State v. Huff

Annotate this Case

171 A.2d 210 (1961)

STATE of Maine v. Richard F. HUFF.

Supreme Judicial Court of Maine.

June 5, 1961.

*211 Arthur Chapman, Jr., County Atty., Portland, for plaintiff.

Basil A. Latty, Portland, Carl G. Usher, Gorham, for defendant.


WEBBER, Justice.

The respondent here was convicted of embezzlement of municipal funds under the provisions of R.S. Chap. 132, Sec. 7. The applicable portions of the statute are:

"Sec. 7. Larceny by embezzlement or fraudulent conversion of property; receiver liable. If * * * a public officer (or) collector of taxes * * * embezzles or fraudulently converts to his own use * * * any money in his possession or under his control by virtue of his office * * *, he is guilty of larceny * * *."

The respondent occupied simultaneously the offices of treasurer, tax collector, and town clerk for several years in the town of Gorham. In 1955 and 1956 the respondent made five payments to himself by checks drawn upon the bank account in which funds of the town were maintained. The indictment charges in effect that the appropriation of these five sums by the respondent constituted embezzlement.

The respondent asserts as his principal defense that his own funds, fees which belonged to him in his capacity as town clerk, were commingled with those of the town and that he withdrew only such funds, the same being his own property. He further asserts that if the funds withdrawn are shown to have been funds of the town, then in any event he entertained in good faith an honest and well-founded belief that such funds were in fact his own.

The respondent brings forward his appeal and twenty-four exceptions. The appeal and his exception to the refusal of the presiding justice to direct a verdict raise the same issue and may be first considered.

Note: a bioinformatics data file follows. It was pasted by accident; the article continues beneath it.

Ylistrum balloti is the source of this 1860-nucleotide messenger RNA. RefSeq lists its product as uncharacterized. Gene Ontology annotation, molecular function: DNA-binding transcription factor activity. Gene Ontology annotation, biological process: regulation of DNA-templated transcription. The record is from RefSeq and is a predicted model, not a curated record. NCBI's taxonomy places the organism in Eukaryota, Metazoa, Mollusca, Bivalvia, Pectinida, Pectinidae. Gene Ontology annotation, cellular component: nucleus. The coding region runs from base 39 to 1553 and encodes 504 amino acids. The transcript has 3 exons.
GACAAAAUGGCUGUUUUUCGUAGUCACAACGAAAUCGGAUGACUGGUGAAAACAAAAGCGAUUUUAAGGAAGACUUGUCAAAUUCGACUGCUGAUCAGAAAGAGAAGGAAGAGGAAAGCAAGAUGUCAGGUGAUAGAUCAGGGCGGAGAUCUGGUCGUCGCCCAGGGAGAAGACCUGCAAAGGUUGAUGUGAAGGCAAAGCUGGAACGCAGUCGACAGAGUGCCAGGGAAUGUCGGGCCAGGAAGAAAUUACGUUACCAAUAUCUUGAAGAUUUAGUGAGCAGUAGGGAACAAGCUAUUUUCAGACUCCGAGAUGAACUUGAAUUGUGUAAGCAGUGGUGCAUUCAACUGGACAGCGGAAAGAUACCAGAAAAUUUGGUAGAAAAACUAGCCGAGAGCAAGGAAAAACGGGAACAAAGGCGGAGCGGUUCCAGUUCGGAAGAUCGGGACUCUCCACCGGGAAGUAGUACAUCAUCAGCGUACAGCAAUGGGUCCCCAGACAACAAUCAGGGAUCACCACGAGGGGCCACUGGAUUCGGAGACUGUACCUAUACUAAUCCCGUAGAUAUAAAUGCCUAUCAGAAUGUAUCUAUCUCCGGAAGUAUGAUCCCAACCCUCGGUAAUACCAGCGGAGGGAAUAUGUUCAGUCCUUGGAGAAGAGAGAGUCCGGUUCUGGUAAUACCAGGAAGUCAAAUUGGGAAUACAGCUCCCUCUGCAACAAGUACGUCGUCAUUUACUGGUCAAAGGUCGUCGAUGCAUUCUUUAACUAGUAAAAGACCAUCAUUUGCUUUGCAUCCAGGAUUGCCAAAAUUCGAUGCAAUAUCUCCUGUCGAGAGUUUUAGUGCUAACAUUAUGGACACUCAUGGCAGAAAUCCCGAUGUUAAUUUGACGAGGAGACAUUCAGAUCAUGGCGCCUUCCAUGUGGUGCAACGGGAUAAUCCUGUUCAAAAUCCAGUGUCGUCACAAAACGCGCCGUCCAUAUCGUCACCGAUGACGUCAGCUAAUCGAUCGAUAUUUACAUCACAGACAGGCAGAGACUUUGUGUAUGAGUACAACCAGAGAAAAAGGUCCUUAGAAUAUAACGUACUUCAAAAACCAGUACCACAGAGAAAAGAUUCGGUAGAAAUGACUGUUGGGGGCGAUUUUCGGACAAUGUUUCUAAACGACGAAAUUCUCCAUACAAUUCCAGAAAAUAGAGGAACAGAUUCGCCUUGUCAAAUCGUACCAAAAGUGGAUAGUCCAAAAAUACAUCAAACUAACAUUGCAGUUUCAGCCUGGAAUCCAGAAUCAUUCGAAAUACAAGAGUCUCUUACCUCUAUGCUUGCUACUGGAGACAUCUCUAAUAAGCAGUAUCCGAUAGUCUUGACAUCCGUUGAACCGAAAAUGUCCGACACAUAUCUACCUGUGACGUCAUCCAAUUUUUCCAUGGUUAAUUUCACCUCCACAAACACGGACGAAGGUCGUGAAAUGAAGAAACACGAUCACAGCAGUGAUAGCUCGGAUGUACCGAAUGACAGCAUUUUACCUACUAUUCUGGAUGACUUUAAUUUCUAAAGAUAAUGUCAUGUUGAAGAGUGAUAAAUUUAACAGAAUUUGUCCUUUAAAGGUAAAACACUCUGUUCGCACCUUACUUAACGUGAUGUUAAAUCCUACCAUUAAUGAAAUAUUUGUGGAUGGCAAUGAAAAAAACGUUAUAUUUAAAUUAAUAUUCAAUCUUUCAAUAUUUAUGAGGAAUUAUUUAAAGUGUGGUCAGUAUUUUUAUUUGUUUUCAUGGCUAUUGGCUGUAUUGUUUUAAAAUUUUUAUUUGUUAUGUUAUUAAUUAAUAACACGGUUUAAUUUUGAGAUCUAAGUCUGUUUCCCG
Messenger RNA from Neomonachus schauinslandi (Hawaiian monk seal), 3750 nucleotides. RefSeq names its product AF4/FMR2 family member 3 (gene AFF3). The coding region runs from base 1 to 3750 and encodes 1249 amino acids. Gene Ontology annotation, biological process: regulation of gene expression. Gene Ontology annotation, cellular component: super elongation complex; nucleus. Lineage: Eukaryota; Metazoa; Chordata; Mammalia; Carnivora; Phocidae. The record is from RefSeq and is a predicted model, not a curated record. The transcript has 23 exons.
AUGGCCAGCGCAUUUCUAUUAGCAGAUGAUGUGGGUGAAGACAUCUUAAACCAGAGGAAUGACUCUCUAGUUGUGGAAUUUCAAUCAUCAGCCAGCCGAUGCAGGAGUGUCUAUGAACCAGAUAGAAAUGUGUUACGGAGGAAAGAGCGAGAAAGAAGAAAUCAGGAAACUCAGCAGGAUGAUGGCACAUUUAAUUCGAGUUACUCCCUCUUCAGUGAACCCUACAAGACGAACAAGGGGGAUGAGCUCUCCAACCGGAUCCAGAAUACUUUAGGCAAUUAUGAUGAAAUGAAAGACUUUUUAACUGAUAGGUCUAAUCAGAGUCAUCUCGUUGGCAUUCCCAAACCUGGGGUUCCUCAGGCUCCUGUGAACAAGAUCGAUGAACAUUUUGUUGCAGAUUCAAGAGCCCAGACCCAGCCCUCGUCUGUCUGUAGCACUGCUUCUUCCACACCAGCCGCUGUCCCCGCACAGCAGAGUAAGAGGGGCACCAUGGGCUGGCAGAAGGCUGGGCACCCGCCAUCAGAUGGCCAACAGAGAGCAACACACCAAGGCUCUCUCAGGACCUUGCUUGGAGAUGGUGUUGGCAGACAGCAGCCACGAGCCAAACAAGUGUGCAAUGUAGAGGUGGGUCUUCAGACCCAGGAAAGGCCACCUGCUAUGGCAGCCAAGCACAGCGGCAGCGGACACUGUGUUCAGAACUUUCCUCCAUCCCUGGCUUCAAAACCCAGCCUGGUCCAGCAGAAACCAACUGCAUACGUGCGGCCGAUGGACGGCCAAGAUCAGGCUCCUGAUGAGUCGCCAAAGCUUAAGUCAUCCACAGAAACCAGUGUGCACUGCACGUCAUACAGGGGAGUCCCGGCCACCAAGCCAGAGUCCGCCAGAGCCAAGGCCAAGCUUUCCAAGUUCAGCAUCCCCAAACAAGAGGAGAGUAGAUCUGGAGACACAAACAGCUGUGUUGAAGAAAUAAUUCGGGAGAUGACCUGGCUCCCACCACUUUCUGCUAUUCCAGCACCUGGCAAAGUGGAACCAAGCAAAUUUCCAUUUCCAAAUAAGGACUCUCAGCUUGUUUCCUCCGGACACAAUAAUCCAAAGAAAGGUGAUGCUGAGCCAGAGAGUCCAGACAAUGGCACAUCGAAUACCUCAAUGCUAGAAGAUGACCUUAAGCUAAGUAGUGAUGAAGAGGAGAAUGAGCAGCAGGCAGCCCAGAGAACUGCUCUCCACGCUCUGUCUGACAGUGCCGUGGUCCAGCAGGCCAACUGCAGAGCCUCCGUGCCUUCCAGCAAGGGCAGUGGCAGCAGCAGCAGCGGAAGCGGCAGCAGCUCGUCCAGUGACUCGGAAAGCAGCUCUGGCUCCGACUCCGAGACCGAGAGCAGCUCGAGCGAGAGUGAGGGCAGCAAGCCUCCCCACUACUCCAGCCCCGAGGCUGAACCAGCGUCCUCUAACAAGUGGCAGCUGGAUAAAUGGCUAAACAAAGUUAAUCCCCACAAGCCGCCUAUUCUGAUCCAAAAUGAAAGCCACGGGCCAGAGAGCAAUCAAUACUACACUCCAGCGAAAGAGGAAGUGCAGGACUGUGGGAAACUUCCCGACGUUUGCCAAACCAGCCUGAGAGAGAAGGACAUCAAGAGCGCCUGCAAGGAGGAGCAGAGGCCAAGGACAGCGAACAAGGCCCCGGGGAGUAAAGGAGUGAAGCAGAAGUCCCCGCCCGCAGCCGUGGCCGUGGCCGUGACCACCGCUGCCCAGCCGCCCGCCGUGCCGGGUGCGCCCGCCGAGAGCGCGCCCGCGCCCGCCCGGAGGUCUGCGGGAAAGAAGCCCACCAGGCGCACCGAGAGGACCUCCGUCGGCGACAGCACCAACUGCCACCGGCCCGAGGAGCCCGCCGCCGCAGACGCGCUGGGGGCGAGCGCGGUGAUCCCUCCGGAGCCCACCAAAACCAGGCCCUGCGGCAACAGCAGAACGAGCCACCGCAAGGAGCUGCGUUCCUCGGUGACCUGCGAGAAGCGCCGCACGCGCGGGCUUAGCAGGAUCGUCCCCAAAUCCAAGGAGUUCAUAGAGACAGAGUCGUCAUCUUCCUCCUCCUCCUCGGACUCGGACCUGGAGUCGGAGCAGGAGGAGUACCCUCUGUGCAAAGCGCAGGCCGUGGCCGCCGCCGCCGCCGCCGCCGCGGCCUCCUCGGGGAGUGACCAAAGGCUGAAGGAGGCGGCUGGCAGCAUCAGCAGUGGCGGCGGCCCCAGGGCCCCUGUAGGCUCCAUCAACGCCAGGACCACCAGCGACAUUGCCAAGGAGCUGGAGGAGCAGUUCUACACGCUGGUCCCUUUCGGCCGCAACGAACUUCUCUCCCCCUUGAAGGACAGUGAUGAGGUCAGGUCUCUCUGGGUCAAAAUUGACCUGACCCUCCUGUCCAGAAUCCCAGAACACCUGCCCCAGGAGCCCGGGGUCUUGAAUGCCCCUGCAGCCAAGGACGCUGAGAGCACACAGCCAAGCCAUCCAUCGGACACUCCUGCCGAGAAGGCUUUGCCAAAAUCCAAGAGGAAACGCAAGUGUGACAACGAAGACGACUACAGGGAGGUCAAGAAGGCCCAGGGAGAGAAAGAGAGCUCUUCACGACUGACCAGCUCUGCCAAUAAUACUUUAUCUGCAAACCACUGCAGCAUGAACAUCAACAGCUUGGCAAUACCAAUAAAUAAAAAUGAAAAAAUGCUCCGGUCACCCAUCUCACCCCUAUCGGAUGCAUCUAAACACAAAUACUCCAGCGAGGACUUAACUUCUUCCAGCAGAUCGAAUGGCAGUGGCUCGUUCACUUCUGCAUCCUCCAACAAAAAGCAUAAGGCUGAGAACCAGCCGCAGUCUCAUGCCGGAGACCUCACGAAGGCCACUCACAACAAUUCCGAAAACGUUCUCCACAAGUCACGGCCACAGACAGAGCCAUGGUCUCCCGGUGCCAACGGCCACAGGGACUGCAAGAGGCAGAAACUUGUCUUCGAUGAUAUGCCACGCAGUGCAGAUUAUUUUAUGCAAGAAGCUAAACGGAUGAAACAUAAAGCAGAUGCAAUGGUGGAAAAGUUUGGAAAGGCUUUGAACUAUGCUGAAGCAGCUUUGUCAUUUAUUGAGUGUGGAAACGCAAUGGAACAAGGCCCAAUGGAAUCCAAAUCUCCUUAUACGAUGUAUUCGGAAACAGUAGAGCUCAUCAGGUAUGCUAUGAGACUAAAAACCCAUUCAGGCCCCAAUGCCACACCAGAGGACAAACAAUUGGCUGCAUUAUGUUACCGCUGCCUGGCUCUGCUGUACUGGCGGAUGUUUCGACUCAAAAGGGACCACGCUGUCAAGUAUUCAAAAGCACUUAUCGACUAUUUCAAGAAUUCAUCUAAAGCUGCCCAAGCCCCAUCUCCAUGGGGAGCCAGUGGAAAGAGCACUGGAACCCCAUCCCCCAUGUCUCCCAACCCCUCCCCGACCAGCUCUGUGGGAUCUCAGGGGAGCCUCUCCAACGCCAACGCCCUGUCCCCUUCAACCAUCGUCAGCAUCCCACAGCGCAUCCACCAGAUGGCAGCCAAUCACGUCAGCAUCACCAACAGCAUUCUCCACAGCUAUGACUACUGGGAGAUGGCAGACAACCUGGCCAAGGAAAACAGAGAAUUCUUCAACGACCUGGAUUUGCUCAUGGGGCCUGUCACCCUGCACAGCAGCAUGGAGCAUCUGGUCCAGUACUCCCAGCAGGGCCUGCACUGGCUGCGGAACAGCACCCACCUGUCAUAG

A review of the evidence discloses that the jury could find on the basis of evidence properly admitted that the respondent, in his capacity as treasurer but without warrant from the selectmen as required by law, issued the five checks on which the indictment is based; that these checks, drawn upon the bank account in which town funds were maintained, were made payable to himself; that they were deposited in his personal bank account and used by him for his own purposes and in discharge of his personal obligations; that insofar as any fees which came into his hands as town clerk were deposited in the bank account maintained by the town for its town funds, they were so commingled with funds of the town produced by the collection of taxes as to retain no separate identity as fees; and that the total deposits made by the respondent *212 into the town account were substantially less than the total sums for which he issued treasurer's receipts. In this connection it must be borne in mind that no treasurer's receipts were issued for fees received by the respondent as town clerk. On this evidence the jury could reasonably and properly conclude that if the respondent had deposited his fees in the town account as he testified he had done, his deposits would necessarily have exceeded his treasurer's receipts by the amount of such fees; that the respondent misappropriated and failed to deposit funds which belonged to the town and was short by a substantial amount; that the only funds remaining in the town account when he drew the five checks in question were town funds; that when he made these payments to himself he was in truth and in fact knowingly converting town funds to which he had no right; and that on the basis of the facts and existing circumstances he could not rationally have entertained an honest and well-founded belief that he had any right to the money. The jury could find his felonious intent from his acts and conduct and the surrounding circumstances. A conviction was thereby warranted and the respondent takes nothing by his appeal and his first exception.